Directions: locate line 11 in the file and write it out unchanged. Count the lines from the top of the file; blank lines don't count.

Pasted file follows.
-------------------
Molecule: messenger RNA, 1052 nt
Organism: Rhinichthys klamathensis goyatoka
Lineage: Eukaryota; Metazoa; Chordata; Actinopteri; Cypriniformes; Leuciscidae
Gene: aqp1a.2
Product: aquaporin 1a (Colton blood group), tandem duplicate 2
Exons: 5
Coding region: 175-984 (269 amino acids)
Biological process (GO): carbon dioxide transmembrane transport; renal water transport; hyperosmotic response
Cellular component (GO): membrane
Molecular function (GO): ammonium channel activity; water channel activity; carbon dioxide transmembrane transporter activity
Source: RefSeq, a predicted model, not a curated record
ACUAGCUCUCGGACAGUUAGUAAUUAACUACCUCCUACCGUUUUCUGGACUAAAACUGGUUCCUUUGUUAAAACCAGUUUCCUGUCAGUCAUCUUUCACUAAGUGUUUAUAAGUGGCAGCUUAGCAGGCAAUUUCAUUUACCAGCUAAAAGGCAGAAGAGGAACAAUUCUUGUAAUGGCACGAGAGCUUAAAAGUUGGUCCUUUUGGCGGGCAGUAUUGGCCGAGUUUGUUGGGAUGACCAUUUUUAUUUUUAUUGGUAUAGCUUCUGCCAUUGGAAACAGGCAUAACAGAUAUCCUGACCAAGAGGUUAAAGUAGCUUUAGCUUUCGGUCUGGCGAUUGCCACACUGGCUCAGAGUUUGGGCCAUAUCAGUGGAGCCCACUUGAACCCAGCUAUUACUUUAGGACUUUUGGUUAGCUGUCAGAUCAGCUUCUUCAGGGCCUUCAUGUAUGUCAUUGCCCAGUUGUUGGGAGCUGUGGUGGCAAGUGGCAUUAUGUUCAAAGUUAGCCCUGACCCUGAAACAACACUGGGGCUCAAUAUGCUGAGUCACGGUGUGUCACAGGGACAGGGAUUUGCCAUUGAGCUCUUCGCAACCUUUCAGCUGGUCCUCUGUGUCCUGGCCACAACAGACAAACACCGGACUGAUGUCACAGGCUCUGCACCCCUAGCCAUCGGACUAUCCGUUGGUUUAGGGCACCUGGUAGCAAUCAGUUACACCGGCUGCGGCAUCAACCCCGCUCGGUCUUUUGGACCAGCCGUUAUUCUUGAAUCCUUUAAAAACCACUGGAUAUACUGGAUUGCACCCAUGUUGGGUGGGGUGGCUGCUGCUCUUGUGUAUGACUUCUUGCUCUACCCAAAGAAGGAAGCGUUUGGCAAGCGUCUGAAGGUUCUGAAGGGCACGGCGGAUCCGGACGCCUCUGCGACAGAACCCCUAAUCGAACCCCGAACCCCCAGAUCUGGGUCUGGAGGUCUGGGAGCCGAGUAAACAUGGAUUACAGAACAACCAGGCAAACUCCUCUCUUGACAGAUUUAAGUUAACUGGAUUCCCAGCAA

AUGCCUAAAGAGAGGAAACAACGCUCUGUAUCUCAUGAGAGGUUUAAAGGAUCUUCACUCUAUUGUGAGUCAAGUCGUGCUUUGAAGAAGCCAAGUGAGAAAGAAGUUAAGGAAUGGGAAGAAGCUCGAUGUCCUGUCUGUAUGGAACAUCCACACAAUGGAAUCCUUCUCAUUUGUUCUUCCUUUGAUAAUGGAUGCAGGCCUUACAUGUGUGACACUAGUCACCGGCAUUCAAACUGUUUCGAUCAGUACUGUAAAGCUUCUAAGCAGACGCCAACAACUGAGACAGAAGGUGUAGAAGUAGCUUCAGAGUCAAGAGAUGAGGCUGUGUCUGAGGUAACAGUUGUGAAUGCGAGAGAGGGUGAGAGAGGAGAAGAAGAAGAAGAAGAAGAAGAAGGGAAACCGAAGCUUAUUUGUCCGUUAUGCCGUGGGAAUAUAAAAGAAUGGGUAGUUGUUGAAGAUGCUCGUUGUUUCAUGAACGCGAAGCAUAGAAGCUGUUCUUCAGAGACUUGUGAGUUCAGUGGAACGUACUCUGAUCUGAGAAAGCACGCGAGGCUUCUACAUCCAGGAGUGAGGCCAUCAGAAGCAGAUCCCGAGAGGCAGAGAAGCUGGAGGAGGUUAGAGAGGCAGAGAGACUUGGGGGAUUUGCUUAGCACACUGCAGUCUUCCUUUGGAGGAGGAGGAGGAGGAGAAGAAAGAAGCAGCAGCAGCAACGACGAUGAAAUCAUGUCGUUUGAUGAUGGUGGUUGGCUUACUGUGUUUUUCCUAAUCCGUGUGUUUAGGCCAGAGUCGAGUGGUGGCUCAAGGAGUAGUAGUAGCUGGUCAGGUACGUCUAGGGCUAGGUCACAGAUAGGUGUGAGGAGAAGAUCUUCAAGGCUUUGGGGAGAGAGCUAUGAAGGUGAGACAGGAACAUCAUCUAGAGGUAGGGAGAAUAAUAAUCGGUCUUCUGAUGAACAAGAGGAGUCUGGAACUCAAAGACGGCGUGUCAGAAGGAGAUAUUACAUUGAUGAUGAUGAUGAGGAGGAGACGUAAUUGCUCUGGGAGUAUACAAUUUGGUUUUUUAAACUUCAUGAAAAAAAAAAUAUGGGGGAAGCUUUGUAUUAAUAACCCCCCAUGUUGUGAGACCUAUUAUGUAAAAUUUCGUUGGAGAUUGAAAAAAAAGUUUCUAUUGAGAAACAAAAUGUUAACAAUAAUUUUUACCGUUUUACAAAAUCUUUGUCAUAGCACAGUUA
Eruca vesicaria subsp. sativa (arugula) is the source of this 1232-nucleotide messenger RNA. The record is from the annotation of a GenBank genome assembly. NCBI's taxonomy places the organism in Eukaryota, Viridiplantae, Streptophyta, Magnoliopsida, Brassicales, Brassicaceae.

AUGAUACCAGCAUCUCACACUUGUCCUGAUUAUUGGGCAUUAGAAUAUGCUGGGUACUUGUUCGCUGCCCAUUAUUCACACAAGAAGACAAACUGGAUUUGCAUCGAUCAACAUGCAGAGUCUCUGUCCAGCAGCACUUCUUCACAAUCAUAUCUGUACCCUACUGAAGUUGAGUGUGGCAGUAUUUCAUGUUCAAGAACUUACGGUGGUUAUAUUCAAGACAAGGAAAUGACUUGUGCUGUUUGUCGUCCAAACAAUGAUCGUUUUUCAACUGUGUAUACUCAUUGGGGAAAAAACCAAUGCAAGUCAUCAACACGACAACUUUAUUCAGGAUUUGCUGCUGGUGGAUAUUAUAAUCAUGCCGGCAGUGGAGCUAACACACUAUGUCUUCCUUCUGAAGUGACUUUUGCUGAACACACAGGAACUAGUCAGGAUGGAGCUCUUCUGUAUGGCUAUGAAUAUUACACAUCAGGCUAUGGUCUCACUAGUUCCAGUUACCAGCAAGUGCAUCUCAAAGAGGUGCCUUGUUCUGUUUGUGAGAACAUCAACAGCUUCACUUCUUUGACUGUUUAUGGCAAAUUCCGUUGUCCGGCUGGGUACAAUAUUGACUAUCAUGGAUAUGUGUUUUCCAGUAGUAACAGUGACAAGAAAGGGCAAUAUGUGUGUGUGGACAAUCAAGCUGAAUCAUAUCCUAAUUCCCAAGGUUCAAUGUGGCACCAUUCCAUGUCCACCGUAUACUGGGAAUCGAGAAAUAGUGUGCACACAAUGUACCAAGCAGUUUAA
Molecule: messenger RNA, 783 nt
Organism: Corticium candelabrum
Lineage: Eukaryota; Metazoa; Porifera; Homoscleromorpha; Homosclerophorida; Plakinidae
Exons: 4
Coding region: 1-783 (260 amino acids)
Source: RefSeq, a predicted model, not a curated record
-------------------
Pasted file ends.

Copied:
Source: RefSeq, a predicted model, not a curated record